VOLTERRA, Italian family especially prominent during the Renaissance. In 1408, bonaventura, son of Genatano of Bologna, was invited to open a loan-bank in Volterra and the name of the city became his own and his descendants'. He may have been the copyist of a Hebrew work on logic. His son manuel opened a loan-bank in Florence in 1459. He was very affluent but his family apparently lost its wealth. One of his sons was the traveler meshullam da *volterra. Another son, abraham, opened a loan-bank in Gaeta, southern Italy. Another, lazzaro (eliezer), continued in banking in southern Italy, in Siena and in Florence. His wife Hannah was the daughter of Jehiel b. Isaac da *Pisa. He was in touch with Johanan *Allemanno on philosophical questions. He also wrote poetry, including love poetry. Ḥayyim (vita) ben moses of Venice and later Finale, Senigallia, and Ancona, engaged enthusiastically in rabbinic disputes. About 1714 he got into trouble with the Inquisition and took refuge for a time in London (Ms. Roth 262). vito *volterra was an Italian jurist.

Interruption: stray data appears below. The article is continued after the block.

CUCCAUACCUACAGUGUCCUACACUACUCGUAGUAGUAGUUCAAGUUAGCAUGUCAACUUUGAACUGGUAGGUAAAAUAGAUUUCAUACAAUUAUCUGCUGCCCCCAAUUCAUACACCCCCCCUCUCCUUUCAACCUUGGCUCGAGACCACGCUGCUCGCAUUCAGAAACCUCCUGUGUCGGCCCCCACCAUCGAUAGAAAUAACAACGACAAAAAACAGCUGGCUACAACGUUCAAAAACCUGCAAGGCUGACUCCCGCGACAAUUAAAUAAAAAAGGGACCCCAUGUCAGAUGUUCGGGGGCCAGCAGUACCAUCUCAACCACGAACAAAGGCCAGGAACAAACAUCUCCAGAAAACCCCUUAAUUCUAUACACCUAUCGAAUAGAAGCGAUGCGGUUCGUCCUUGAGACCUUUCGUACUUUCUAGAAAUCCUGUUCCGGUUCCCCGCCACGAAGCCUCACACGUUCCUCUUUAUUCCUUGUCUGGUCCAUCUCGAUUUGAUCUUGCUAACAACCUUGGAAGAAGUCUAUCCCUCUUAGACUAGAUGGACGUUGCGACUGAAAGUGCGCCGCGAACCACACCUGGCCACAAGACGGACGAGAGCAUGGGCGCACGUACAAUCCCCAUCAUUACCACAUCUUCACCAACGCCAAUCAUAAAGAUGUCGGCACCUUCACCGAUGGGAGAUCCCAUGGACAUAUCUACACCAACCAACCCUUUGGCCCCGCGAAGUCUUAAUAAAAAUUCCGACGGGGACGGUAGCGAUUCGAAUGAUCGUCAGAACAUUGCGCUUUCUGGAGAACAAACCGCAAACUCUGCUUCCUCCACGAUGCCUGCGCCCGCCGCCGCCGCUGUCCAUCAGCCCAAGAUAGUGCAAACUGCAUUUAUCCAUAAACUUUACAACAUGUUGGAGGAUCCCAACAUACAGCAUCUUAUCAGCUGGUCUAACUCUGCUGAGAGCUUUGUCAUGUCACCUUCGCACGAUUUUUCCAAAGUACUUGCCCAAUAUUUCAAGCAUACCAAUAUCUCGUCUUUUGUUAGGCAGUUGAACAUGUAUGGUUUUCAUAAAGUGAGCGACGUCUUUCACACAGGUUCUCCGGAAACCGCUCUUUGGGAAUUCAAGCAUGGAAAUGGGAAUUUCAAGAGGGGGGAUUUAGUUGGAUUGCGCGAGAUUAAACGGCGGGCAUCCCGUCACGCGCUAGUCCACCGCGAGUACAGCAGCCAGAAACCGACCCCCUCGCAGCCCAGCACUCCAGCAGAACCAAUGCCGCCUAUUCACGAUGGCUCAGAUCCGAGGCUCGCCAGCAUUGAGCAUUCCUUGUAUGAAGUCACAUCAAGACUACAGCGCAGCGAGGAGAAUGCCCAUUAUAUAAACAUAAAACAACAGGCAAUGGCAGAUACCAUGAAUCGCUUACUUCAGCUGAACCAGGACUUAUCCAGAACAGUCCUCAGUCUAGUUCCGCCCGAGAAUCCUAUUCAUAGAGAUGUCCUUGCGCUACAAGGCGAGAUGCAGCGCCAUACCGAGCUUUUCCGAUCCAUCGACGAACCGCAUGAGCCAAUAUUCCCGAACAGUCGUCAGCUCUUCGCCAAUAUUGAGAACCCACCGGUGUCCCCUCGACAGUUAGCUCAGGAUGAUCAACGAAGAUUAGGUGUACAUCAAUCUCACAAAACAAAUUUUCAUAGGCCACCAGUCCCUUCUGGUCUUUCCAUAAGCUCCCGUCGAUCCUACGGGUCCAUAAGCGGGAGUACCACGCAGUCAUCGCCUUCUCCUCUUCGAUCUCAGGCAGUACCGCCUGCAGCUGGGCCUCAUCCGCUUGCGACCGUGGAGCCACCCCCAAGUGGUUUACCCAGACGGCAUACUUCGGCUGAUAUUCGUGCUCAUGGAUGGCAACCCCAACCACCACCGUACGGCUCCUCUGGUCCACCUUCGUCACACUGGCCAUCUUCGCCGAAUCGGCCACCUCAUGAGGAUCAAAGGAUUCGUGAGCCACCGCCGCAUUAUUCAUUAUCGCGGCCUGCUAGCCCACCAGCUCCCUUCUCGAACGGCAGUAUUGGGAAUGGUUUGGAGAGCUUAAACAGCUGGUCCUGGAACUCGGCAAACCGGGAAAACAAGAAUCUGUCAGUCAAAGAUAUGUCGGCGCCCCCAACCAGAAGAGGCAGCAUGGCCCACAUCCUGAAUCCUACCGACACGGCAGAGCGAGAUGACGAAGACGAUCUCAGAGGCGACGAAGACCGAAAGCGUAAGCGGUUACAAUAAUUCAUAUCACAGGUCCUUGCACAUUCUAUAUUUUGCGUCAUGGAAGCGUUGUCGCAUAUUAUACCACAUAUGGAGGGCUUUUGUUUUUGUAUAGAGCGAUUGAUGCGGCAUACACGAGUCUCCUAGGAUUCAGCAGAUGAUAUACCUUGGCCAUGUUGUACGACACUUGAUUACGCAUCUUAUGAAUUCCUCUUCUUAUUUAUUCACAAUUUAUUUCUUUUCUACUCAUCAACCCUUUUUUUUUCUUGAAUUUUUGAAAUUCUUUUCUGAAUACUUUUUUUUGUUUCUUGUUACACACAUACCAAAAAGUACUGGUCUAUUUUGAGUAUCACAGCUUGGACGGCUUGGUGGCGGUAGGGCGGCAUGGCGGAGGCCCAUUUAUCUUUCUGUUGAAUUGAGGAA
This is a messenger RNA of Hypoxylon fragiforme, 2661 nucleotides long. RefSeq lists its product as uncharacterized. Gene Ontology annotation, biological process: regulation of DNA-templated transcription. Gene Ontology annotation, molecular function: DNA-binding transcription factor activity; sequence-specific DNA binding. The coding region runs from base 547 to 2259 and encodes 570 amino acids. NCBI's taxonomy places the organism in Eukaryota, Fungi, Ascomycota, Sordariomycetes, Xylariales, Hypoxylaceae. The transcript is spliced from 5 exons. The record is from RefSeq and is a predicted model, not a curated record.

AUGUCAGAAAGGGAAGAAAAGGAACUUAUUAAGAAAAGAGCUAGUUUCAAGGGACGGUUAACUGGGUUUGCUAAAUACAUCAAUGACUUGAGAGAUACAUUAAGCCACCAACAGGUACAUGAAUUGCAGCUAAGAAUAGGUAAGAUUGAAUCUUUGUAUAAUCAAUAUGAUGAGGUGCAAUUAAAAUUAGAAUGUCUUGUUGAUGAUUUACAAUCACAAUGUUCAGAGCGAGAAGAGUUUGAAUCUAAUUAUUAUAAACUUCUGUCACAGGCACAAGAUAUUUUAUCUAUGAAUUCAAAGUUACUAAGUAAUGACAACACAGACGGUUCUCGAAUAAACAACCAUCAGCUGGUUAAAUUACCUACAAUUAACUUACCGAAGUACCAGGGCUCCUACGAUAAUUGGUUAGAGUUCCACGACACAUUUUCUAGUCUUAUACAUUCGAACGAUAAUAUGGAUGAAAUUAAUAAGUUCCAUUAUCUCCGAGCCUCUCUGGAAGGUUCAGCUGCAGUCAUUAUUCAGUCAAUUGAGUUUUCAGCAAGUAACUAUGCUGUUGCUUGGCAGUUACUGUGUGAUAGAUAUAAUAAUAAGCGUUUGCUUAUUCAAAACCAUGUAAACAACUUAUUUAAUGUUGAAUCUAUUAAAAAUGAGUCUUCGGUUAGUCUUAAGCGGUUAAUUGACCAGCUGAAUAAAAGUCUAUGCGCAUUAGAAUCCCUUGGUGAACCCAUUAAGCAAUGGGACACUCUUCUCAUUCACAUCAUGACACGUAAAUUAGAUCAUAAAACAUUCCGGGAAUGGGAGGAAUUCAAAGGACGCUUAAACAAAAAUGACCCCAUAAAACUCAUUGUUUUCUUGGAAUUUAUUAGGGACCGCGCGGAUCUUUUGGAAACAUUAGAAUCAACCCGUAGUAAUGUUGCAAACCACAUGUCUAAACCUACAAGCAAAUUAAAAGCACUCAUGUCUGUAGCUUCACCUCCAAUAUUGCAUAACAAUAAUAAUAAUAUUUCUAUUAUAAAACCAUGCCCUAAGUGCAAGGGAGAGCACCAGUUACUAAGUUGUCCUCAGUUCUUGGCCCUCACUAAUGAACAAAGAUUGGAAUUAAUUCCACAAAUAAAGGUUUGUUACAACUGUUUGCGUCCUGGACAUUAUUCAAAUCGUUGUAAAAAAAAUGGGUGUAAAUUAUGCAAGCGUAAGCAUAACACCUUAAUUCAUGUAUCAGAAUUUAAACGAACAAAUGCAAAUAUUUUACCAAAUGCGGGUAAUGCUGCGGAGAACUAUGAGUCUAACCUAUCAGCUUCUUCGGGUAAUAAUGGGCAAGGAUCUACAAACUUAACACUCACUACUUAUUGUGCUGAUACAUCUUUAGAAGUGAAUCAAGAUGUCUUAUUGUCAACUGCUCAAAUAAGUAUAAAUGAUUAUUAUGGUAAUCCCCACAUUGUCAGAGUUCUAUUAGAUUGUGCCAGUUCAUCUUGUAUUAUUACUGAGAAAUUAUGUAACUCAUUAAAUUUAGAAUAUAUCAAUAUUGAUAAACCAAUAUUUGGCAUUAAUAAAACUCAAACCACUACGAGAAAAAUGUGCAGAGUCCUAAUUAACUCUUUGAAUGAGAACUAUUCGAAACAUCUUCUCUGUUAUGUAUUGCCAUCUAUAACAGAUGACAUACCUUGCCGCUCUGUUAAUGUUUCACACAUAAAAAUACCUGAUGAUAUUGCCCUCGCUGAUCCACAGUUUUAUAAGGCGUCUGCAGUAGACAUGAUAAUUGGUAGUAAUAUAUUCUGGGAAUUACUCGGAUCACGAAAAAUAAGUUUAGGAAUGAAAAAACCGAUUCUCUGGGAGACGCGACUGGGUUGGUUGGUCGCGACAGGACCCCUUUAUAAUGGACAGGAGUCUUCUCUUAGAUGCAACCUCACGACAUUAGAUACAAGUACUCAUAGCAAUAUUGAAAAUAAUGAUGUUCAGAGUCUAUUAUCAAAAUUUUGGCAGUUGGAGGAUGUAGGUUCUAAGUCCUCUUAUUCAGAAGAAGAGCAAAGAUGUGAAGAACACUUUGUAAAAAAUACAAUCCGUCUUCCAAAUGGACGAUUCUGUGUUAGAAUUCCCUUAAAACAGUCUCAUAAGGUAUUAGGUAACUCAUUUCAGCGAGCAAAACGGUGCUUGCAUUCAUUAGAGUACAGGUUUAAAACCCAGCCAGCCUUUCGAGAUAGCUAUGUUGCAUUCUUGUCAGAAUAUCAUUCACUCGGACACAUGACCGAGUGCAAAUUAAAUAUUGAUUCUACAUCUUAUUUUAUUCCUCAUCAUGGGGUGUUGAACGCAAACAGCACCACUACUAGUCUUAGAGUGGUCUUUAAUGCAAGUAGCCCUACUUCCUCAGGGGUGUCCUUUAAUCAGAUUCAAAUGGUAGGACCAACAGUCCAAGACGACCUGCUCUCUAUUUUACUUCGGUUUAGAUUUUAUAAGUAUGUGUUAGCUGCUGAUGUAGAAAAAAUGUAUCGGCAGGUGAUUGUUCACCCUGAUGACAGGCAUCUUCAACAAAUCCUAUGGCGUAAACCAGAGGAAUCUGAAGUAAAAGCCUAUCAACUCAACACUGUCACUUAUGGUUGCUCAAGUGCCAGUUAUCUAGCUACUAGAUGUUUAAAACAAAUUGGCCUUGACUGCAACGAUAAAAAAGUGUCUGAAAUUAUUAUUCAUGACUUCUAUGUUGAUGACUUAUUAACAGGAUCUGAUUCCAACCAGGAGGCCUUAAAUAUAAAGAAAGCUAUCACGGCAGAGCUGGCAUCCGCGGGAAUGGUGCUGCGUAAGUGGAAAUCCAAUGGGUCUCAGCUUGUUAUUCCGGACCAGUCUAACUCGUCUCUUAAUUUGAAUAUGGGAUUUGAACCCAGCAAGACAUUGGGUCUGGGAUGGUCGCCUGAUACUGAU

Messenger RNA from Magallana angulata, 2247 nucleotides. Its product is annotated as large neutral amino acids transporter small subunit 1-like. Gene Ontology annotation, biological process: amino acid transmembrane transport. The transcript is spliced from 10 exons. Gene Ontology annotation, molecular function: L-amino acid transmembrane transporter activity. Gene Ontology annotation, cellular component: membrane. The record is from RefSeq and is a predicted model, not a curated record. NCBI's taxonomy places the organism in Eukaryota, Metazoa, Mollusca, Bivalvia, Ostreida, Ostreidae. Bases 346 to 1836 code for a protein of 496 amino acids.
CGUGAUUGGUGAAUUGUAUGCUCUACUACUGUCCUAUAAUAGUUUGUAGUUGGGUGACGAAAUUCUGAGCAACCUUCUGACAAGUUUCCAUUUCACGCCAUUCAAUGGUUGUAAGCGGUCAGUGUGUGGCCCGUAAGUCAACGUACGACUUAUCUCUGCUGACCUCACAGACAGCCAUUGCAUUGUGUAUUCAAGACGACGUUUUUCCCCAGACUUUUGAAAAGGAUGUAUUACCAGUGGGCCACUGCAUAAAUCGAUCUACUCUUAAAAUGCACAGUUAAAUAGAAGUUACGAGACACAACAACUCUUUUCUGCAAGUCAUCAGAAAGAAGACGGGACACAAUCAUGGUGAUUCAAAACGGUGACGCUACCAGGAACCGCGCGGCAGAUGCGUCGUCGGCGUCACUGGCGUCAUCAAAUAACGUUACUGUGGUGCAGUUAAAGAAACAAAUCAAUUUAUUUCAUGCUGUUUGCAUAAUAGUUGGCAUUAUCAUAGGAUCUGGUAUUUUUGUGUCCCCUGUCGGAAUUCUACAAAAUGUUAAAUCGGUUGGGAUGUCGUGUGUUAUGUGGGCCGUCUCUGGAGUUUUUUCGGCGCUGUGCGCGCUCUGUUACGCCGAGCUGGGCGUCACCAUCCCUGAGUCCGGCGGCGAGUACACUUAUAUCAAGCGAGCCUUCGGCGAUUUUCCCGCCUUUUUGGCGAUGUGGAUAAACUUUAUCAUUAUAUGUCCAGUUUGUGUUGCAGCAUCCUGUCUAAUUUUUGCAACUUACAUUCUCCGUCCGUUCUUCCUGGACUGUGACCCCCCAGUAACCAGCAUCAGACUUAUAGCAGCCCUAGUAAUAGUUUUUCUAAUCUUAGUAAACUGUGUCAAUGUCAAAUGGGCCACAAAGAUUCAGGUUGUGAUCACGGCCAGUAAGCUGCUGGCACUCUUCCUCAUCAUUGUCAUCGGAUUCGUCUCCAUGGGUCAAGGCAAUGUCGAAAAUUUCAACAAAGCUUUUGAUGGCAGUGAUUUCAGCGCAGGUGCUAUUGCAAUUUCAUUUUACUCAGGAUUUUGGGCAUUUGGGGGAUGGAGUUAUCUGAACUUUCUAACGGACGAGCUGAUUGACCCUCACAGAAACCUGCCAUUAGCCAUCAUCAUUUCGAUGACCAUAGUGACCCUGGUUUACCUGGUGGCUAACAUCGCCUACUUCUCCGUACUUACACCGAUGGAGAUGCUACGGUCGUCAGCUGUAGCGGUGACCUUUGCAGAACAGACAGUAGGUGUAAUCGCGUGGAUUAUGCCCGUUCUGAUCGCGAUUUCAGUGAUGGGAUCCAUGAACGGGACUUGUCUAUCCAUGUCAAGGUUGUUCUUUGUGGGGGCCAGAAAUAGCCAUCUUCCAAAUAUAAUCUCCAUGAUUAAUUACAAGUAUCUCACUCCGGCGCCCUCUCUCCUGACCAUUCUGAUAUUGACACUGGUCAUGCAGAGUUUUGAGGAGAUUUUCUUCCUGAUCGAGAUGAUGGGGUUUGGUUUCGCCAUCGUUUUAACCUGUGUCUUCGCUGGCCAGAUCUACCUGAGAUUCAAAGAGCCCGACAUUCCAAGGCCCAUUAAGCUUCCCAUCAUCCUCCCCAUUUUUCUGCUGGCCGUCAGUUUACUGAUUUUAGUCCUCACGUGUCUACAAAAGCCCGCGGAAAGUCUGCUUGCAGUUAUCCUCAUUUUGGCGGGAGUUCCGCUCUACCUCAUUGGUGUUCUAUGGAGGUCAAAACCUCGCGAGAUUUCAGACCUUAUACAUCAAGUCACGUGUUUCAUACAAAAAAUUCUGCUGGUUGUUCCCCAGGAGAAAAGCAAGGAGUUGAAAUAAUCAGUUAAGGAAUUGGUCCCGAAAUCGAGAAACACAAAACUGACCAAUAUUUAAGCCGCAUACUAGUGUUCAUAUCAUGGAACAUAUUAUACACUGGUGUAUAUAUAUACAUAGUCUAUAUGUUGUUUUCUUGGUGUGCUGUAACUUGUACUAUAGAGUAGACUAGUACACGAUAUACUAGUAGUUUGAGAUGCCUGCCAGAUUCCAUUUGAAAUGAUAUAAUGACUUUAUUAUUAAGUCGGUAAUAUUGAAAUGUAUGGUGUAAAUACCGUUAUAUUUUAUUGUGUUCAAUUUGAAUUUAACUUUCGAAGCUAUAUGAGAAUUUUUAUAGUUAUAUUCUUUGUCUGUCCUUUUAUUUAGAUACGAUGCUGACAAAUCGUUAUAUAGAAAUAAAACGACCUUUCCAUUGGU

Roth, Italy, 483: Milano, Italia, index; C. Roth, Jews in the Renaissance (1959), index; U. Cassuto, Ebrei a Firenze nell' età del Rinascimento (1918), 264–70; Ghirondi Neppi, index; Mortara, Indice, s.v.; Enciclopedia Italiana, s.v.
[Menachem E. Artom]